New projects usually come with better and more updated amenities such as infinity pools, aqua gym, onsen spa, sky gardens, themed pavilions, private kitchens, game rooms, karaoke rooms, gyms with state-of-the-art equipment, badminton hall, branded appliances and high-end finishing.
The list can go on and on. Every developer is trying to out-do one another.
It is quite common for developers to engage world-renowned architects to differentiate themselves.
Reason #5: New Launches are Easier To Rent Out
If you are buying an investment property and deciding between a new launch versus a resale condo, new launch will definitely has an edge when looking for tenants simply because it is new and better, even if it is smaller.
Today, tenants are spoiled with choices.
Potential tenants will almost always go for condos that are newer and nicer. New condos not only are easier to rent out than the older ones but also they enjoy better rental yields.
The older developments lose out to the brand new condos on the facilities. For the interior of the units, owners will need to renovate the apartment, sometimes extensively, to make it more tenantable.
It is not uncommon for tenants to be concerned about the state of the air-conditioners if they are old. They are worried about things breaking down, such as washing machine or refrigerator.
If the apartment is brand new, everything that comes with it is brand new and under warranty. The developer covers even the first year servicing of the air conditioners. So it’s hassle-free both for the landlord and tenant.
Reason #6: New Launches Have Lower Cost of Maintenance
One of the major considerations when choosing between a new launch and resale for your investment property is the cost of renovations for the latter. This cost involves your cash reserves. For an investment property, it is not ideal to eat too much into your cash reserves.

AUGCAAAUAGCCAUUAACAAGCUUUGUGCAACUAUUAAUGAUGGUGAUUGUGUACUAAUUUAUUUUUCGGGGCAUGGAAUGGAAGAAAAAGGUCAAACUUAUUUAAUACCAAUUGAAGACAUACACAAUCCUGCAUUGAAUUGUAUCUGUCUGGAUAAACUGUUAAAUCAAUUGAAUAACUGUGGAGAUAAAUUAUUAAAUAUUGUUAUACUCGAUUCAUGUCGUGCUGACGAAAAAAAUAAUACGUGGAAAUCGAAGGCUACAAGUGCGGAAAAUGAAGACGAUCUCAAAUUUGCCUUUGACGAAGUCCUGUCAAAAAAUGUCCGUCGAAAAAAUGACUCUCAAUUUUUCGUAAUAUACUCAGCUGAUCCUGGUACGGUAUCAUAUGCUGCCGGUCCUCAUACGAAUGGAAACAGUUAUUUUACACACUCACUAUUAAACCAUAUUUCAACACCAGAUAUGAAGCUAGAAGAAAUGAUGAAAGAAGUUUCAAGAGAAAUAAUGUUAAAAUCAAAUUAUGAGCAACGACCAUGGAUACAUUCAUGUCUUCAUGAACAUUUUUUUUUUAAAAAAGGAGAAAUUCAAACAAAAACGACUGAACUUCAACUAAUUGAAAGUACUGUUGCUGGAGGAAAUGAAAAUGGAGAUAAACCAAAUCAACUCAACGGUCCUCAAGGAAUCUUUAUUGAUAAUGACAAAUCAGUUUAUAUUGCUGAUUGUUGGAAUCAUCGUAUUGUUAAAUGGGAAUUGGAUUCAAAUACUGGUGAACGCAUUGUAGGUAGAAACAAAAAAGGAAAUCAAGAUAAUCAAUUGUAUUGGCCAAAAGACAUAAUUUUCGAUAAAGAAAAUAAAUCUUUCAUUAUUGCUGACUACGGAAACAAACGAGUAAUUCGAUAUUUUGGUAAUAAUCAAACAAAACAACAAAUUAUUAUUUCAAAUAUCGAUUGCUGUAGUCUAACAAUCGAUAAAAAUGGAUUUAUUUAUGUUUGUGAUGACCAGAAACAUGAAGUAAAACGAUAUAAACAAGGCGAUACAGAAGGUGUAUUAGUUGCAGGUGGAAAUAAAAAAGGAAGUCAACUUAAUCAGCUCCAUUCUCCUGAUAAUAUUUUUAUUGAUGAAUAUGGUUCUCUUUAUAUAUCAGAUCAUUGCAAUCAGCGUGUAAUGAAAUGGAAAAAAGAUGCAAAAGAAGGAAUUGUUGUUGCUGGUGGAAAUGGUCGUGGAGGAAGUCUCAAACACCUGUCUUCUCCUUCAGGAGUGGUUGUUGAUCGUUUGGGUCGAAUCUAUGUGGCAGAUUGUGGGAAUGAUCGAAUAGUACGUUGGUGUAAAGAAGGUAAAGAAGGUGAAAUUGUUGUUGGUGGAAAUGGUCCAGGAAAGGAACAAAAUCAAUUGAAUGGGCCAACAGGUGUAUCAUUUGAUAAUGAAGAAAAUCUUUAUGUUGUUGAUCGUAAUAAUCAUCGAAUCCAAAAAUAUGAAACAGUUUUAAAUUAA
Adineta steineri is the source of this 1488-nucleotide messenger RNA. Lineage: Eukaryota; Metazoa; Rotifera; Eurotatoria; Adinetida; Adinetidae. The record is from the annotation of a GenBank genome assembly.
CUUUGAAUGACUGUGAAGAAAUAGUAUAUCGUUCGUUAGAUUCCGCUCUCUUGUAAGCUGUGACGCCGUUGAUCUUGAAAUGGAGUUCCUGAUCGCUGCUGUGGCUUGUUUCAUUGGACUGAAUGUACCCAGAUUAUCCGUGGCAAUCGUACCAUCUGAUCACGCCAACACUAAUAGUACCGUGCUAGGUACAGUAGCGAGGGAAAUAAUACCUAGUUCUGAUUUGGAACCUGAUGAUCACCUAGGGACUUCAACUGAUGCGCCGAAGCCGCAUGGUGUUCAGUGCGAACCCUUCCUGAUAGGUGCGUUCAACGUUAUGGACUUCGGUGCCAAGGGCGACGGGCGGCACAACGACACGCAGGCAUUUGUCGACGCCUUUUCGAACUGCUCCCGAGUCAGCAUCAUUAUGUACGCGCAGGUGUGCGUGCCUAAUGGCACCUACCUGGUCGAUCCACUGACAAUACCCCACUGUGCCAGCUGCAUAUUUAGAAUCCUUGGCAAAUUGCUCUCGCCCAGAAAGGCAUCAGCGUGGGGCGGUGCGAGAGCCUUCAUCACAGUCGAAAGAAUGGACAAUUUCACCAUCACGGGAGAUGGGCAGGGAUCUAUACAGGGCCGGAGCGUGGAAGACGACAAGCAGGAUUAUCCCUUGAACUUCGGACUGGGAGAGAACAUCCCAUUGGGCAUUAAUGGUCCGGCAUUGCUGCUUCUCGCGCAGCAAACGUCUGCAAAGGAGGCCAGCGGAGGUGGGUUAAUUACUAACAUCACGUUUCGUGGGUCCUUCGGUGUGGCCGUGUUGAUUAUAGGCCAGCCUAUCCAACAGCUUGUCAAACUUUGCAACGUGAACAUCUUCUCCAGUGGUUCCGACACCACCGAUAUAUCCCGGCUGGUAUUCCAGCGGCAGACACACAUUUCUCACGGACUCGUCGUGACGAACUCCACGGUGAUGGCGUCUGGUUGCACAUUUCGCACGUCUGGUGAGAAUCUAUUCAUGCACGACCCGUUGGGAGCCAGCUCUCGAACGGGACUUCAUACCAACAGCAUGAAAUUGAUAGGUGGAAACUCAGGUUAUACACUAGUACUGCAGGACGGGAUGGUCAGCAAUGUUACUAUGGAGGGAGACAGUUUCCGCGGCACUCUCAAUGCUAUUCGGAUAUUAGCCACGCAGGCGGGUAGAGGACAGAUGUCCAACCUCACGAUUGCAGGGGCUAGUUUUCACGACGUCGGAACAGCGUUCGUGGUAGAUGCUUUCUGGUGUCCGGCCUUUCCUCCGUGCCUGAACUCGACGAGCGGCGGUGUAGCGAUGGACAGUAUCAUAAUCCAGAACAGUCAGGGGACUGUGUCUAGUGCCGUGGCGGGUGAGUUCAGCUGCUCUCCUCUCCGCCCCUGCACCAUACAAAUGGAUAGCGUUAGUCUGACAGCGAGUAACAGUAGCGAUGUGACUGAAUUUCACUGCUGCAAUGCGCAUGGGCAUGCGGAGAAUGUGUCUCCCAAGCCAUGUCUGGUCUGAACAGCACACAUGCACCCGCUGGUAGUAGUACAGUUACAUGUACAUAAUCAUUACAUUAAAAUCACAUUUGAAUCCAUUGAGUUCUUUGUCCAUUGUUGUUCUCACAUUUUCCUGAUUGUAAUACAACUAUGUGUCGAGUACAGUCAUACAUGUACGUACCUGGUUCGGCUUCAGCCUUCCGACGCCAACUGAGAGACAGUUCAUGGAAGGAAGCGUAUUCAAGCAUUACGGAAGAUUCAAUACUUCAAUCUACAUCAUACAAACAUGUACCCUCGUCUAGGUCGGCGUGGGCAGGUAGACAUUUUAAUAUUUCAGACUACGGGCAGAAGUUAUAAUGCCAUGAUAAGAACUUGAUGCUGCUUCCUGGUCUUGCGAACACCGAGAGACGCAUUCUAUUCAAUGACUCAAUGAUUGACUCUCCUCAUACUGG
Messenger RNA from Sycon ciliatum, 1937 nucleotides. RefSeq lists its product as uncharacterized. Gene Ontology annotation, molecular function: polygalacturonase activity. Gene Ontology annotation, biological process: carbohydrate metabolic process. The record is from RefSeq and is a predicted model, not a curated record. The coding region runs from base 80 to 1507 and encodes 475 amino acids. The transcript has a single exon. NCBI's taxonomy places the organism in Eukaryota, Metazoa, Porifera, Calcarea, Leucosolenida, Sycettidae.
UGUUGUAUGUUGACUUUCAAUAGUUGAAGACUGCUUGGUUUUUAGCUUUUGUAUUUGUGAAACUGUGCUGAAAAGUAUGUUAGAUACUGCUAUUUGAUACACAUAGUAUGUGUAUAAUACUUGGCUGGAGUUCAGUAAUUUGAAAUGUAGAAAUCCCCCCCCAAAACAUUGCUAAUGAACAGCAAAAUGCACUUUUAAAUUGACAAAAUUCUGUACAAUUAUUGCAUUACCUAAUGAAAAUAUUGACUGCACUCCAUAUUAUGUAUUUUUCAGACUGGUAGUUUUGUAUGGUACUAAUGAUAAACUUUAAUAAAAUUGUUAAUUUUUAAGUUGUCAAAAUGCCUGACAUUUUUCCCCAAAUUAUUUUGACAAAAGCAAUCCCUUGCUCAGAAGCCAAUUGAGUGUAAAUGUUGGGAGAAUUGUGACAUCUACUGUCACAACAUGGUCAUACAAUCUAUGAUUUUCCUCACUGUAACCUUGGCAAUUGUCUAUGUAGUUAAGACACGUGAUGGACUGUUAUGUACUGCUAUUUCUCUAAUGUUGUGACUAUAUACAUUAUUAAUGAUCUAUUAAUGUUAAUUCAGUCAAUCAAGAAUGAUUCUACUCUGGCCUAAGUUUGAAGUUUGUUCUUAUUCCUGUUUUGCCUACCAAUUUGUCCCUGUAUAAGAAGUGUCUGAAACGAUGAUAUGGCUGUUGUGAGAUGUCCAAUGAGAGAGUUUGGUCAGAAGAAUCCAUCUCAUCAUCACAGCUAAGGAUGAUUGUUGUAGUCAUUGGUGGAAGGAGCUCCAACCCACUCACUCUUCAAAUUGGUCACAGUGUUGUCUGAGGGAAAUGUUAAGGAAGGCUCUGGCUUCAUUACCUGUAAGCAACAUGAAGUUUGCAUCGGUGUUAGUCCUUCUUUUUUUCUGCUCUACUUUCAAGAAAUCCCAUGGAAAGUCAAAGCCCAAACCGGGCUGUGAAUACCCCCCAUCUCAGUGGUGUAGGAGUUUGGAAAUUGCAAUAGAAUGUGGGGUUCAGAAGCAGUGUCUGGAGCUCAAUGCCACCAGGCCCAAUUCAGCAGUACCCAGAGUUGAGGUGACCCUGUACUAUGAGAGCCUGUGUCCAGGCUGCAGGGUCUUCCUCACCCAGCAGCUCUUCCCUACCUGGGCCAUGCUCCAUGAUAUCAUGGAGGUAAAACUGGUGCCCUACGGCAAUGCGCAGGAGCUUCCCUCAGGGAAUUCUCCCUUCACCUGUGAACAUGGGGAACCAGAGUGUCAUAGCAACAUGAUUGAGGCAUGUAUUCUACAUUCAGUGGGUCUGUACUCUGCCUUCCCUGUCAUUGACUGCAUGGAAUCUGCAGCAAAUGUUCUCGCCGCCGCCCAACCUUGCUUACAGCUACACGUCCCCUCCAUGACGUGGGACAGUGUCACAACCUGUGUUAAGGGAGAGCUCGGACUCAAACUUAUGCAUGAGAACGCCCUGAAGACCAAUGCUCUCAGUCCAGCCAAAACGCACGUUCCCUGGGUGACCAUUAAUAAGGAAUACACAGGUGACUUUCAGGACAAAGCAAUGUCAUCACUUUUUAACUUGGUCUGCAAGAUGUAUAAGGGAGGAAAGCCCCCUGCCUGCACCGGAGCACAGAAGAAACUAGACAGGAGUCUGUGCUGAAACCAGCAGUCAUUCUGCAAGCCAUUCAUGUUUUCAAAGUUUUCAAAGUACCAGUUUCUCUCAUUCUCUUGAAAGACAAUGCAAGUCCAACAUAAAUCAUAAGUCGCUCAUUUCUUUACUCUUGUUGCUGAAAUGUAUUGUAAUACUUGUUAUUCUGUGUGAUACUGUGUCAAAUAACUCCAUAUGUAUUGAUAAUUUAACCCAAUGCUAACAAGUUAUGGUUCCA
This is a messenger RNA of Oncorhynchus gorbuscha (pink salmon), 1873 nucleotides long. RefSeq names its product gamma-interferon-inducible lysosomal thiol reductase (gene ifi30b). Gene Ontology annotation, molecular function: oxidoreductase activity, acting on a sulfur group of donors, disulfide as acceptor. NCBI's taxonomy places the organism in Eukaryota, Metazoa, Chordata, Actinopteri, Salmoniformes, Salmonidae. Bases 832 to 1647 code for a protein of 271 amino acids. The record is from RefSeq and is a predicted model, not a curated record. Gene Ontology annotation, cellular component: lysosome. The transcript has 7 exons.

You might burn a big hole in your pocket if you need to overhaul the whole apartment with new air-conditioners, wardrobes, flooring, bathrooms and kitchen cabinets. Furthermore, you may need to buy a new washing machine, dryer, refrigerator and oven. It is not uncommon to end up spending more than $100,000.
New condos come with everything new, including branded appliances. And if there is any defect, they are covered under the one-year defect liability period by the developer. The saving can be quite substantial.
As the apartments aged, especially those that are 15 years old and above, they are prone to structural issues like leaking and choked pipes. You need to fork out higher sinking funds as the costs of maintenance and repair for the common areas and facilities go up.
New condos are spared from such problems with all things new.
While we are saying new launches are better investments, not all new launches will make money. It is important for you to consult an experienced agent to identify the right choice of new launch.
After all that been said, it also does not mean it’s wrong to buy a resale condo. There are many investors who believe in resale condo for various reasons. Here we are expressing our opinions, supported by research, why we think new launches are better investment property.
If you are planning to buy an investment property but not sure as to what is the best option, do feel free to contact me for a non-obligatory discussion.
Do go to my Facebook page and click like because there is another upcoming related topic.
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Danny Han has been a licensed real estate agent since 2005. He also had five years of experience as a financial consultant. The insights and knowledge he shares in his blogs are the results of years of experience in helping many of his clients in their Property Wealth Planning.
Prior to becoming a real estate agent, Danny was a full-time church pastor (don’t be shocked!) for 23 years. Even now, he is still actively involved in church work and preaches regularly. He has also made six mission trips to Myanmar to-date.
Danny is a foodie, so during his spare time he would go with his kakis to try different “CNG” (cheap and good) food. (Be sure to check out his Holland food blog in this site).
Do feel free to drop him a Whatsapp message for a non-obligatory discussion if you are planning to grow your property wealth.